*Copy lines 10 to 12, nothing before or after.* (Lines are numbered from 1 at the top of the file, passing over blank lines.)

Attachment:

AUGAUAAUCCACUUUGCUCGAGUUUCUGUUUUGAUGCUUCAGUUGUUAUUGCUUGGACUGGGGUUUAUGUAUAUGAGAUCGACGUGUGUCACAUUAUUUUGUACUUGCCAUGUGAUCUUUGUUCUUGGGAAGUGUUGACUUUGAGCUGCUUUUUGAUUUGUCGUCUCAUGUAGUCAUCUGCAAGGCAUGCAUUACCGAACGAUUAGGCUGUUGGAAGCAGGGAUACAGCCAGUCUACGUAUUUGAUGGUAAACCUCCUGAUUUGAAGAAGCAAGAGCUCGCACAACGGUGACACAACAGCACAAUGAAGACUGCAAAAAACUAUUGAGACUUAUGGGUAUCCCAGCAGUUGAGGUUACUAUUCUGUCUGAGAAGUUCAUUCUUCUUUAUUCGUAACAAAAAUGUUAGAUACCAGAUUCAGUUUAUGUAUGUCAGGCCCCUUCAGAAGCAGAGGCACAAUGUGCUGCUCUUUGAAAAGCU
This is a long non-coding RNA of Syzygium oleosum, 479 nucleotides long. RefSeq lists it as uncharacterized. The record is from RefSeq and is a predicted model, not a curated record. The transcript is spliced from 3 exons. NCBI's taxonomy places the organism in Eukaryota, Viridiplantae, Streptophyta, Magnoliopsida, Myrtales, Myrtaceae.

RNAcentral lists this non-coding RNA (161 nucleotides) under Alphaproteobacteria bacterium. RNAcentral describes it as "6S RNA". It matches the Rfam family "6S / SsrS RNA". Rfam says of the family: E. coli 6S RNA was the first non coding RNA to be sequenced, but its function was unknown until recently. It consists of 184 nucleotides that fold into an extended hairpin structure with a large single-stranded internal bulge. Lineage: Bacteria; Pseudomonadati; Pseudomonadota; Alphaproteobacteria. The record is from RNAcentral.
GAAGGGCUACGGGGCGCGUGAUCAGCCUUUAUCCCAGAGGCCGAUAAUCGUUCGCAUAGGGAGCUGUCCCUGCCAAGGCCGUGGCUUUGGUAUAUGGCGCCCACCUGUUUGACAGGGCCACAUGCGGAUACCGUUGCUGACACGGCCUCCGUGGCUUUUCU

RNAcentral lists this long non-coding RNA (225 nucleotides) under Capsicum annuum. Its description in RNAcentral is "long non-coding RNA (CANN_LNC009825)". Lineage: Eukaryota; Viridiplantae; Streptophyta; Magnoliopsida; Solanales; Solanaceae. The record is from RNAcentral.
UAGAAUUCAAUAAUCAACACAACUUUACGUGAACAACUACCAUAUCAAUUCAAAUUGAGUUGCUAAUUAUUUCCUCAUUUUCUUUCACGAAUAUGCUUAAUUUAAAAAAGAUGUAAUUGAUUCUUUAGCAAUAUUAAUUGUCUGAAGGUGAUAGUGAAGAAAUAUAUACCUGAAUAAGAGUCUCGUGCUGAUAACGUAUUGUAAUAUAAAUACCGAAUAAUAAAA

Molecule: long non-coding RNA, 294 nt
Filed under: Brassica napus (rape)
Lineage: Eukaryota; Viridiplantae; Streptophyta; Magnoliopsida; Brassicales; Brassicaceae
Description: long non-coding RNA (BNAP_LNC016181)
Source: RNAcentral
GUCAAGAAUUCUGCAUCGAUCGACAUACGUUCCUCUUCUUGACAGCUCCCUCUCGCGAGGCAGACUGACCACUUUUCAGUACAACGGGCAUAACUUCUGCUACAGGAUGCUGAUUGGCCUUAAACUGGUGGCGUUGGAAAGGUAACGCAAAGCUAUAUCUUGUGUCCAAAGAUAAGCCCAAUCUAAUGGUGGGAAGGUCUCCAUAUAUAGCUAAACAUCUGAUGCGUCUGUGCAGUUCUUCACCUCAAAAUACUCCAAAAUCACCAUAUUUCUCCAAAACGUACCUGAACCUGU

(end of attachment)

Description: long non-coding RNA (BNAP_LNC016181)
Source: RNAcentral
GUCAAGAAUUCUGCAUCGAUCGACAUACGUUCCUCUUCUUGACAGCUCCCUCUCGCGAGGCAGACUGACCACUUUUCAGUACAACGGGCAUAACUUCUGCUACAGGAUGCUGAUUGGCCUUAAACUGGUGGCGUUGGAAAGGUAACGCAAAGCUAUAUCUUGUGUCCAAAGAUAAGCCCAAUCUAAUGGUGGGAAGGUCUCCAUAUAUAGCUAAACAUCUGAUGCGUCUGUGCAGUUCUUCACCUCAAAAUACUCCAAAAUCACCAUAUUUCUCCAAAACGUACCUGAACCUGU